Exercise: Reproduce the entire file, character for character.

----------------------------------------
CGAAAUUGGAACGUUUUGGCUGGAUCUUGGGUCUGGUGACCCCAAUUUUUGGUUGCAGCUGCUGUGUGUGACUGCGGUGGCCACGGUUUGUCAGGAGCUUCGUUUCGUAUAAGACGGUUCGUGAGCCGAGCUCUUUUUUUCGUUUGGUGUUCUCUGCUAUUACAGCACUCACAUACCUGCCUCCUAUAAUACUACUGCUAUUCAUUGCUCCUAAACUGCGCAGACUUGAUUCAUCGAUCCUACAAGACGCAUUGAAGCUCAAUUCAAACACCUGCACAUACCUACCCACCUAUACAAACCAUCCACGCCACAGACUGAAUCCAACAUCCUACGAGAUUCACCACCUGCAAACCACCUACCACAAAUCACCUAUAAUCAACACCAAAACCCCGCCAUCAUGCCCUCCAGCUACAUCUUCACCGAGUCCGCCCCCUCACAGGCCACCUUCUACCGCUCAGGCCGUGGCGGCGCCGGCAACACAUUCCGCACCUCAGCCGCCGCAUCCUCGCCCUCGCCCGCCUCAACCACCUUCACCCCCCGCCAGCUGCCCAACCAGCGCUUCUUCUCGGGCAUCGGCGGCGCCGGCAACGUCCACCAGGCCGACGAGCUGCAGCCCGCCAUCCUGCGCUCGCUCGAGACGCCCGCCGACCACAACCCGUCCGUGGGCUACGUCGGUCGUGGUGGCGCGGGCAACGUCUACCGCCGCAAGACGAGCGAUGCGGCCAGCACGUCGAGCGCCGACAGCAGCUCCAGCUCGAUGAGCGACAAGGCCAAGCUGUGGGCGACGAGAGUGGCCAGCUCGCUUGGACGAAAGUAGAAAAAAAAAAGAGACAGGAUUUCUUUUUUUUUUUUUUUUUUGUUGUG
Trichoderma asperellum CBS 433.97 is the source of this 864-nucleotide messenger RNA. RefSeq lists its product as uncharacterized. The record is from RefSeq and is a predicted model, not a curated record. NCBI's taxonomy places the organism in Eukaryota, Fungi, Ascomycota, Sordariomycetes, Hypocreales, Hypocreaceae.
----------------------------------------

CGAAAUUGGAACGUUUUGGCUGGAUCUUGGGUCUGGUGACCCCAAUUUUUGGUUGCAGCUGCUGUGUGUGACUGCGGUGGCCACGGUUUGUCAGGAGCUUCGUUUCGUAUAAGACGGUUCGUGAGCCGAGCUCUUUUUUUCGUUUGGUGUUCUCUGCUAUUACAGCACUCACAUACCUGCCUCCUAUAAUACUACUGCUAUUCAUUGCUCCUAAACUGCGCAGACUUGAUUCAUCGAUCCUACAAGACGCAUUGAAGCUCAAUUCAAACACCUGCACAUACCUACCCACCUAUACAAACCAUCCACGCCACAGACUGAAUCCAACAUCCUACGAGAUUCACCACCUGCAAACCACCUACCACAAAUCACCUAUAAUCAACACCAAAACCCCGCCAUCAUGCCCUCCAGCUACAUCUUCACCGAGUCCGCCCCCUCACAGGCCACCUUCUACCGCUCAGGCCGUGGCGGCGCCGGCAACACAUUCCGCACCUCAGCCGCCGCAUCCUCGCCCUCGCCCGCCUCAACCACCUUCACCCCCCGCCAGCUGCCCAACCAGCGCUUCUUCUCGGGCAUCGGCGGCGCCGGCAACGUCCACCAGGCCGACGAGCUGCAGCCCGCCAUCCUGCGCUCGCUCGAGACGCCCGCCGACCACAACCCGUCCGUGGGCUACGUCGGUCGUGGUGGCGCGGGCAACGUCUACCGCCGCAAGACGAGCGAUGCGGCCAGCACGUCGAGCGCCGACAGCAGCUCCAGCUCGAUGAGCGACAAGGCCAAGCUGUGGGCGACGAGAGUGGCCAGCUCGCUUGGACGAAAGUAGAAAAAAAAAAGAGACAGGAUUUCUUUUUUUUUUUUUUUUUUGUUGUG
Trichoderma asperellum CBS 433.97 is the source of this 864-nucleotide messenger RNA. RefSeq lists its product as uncharacterized. The record is from RefSeq and is a predicted model, not a curated record. NCBI's taxonomy places the organism in Eukaryota, Fungi, Ascomycota, Sordariomycetes, Hypocreales, Hypocreaceae.